Thursday, August 9, 2007

The Effect of Talking Trash, Part 2

Writing in the New York Times, Anna Jane Grossman recently wrote about parents’ resistance to the Junie B. Jones series (July 26, 2007, “Is Junie B. Jones Talking Trash?”). In a previous posting, I took issue with Grossman’s characterization of whole language, but there is another issue that Grossman discusses that I’d like to comment on. According to Grossman, some parents are banning Junie B. from their homes because they’re worried that Junie B. Jones is a poor model for their children. The problem is Junie B.’s mischievous behavior and her non-standard language (she uses words like “funnest” and “runned” and her adverbs often lack the “ly,” for example). But will exposure to Junie B.’s naughty behavior and non-standard English undermine children’s morals or their language development? Lots of folks seem to think so. The popular press routinely reports on the dangerous influences of reading materials on children’s language, morals, and learning. Children’s books featuring dialect or informal language registers promote “bad” English. Reading books in Spanish discourages literacy in English (Governor Arnold Swartzenneger asked Hispanics to stop watching Spanish television programming). Reading instant messages encourages unconventional spelling. Harry Potter promotes Satanism. Books including gay characters forward a “homosexual agenda.” And on and on. The common thread in all this criticism is a lack of faith in children. Children may be impressionable but they can distinguish between fictional texts and reality. They can distinguish between good and bad behavior. And they’ll make their own lifestyle choices, influenced by their family’s religious and cultural values and their biological endowments. But, most of all, they know that language use varies according to the context. Informal and non-standard forms of English are appropriate to some settings like conversations between friends. More formal, standard forms are especially appropriate to schooling. These same forms are wildly inappropriate in most settings outside of school. Children learn to vary what they say and how they say it at a very early age. Eventually, they learn that spelling conventions also vary according to the context. IM-ing is not a threat to western civilization. Parents and teachers need to have faith in children’s remarkable abilities as language learners while helping children figure out which language forms are most appropriate for which settings. Our goal is to push student to learn a range of oral and written language forms appropriate to a wide variety of audiences and settings.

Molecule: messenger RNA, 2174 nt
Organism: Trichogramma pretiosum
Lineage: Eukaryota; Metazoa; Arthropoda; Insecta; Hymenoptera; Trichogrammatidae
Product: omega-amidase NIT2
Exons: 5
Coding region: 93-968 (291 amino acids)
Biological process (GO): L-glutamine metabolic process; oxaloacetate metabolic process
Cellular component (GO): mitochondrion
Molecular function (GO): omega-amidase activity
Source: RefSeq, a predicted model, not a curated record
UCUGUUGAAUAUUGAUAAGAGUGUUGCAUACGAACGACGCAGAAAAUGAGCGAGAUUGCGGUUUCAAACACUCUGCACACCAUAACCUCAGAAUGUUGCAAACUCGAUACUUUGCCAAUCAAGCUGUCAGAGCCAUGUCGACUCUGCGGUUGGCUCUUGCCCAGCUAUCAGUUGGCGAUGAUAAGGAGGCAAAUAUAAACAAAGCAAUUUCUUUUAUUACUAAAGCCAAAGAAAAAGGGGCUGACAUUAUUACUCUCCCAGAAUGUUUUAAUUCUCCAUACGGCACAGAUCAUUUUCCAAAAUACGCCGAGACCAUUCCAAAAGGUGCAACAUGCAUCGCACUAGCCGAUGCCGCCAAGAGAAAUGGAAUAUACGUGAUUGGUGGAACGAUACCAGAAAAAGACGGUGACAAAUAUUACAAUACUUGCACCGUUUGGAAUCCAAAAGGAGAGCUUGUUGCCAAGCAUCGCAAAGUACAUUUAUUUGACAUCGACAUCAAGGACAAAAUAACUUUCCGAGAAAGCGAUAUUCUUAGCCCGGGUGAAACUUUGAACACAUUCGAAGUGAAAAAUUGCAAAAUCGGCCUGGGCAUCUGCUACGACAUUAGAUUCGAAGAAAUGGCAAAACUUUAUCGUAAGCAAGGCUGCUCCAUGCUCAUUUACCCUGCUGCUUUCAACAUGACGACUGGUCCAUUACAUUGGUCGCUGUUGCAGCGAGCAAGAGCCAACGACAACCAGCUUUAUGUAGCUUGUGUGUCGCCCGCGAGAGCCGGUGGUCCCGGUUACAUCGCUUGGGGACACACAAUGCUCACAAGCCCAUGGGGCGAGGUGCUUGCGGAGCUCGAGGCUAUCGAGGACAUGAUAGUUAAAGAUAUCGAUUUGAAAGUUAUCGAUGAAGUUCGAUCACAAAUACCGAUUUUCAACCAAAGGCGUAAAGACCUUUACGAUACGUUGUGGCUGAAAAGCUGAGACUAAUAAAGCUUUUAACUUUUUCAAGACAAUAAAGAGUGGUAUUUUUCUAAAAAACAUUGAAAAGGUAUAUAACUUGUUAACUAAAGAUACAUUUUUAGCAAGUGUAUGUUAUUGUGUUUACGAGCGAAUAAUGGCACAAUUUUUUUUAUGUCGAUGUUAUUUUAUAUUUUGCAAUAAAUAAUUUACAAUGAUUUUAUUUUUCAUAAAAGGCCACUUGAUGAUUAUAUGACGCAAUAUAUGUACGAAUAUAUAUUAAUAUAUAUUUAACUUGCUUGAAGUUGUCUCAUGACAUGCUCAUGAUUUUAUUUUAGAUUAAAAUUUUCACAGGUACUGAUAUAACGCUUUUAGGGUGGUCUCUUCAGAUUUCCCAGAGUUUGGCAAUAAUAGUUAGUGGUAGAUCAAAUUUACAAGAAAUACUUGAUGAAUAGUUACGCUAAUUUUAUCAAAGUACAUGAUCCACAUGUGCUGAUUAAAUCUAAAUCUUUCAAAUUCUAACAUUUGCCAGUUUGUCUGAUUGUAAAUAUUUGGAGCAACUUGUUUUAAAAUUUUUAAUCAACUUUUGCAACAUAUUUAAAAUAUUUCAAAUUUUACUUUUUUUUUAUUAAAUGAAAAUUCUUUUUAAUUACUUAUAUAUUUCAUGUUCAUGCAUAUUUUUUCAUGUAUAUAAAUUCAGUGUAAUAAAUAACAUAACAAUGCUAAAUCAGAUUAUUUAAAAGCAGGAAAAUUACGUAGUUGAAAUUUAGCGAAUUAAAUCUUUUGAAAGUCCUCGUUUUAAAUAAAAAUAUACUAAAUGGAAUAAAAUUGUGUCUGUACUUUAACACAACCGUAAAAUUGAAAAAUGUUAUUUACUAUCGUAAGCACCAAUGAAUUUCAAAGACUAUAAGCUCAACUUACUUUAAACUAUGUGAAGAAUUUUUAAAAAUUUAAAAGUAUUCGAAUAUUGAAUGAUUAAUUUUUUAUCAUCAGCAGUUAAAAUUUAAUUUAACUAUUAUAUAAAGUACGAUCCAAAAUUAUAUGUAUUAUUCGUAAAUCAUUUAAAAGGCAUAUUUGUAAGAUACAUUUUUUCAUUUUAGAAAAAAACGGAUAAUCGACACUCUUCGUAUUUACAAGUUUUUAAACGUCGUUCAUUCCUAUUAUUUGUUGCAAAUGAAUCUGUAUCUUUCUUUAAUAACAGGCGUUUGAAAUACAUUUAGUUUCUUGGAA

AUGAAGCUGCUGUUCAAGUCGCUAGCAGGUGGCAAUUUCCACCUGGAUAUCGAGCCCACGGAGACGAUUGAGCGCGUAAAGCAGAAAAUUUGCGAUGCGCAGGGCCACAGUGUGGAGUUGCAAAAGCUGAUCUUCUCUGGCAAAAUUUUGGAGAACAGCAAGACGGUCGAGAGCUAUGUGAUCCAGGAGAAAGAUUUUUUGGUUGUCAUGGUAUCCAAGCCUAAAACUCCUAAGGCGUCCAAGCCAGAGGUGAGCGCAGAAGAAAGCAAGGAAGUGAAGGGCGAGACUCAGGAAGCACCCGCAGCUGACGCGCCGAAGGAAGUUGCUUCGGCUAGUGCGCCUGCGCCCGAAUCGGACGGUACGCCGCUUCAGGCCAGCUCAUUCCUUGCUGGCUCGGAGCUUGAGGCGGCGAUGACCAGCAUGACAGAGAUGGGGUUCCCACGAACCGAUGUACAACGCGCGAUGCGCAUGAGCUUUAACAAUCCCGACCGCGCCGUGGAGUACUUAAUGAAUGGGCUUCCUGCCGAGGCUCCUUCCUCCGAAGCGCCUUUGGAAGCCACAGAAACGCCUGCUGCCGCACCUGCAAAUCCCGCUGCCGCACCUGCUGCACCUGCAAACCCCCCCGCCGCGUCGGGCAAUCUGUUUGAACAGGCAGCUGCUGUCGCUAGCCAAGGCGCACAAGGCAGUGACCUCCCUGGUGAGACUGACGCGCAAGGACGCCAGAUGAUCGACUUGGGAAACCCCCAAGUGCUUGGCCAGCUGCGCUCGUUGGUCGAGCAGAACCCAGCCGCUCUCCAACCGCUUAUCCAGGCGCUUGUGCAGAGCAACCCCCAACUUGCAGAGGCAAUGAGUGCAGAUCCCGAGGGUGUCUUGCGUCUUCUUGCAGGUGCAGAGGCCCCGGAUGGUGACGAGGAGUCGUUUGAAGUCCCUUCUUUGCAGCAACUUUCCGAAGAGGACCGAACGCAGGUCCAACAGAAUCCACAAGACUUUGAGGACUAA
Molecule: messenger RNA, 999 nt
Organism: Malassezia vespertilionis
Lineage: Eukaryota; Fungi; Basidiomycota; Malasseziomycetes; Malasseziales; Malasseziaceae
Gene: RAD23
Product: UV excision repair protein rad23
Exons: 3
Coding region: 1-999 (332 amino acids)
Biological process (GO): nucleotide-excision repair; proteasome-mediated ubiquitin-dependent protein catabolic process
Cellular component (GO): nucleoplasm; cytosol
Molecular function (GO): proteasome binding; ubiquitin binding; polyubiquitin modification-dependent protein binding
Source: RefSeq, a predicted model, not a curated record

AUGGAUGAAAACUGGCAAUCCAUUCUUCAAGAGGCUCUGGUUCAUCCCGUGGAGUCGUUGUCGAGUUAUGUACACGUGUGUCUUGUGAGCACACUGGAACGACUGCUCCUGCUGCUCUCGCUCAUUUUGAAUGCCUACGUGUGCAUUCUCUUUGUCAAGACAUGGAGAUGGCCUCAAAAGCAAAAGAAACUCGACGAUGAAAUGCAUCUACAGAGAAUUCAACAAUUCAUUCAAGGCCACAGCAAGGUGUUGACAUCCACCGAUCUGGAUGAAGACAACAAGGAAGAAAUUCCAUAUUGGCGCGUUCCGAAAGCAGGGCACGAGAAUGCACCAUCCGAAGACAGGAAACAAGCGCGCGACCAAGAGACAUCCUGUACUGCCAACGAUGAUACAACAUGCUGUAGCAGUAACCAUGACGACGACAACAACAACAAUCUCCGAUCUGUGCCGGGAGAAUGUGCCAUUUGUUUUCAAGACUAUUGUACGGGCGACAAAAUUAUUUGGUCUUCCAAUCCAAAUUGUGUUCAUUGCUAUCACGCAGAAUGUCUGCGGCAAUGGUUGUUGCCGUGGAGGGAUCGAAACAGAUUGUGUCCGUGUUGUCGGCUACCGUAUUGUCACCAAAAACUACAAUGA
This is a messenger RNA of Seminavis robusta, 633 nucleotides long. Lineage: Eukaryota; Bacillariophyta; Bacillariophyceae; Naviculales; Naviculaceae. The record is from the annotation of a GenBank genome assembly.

1 comment:

Anonymous said...

I think your passion is misdirected, your presumption erroneous, and your understanding darkened. Instead of aruging for the faith in children, you might try zealously pursing the faith of children; it will yield much better results.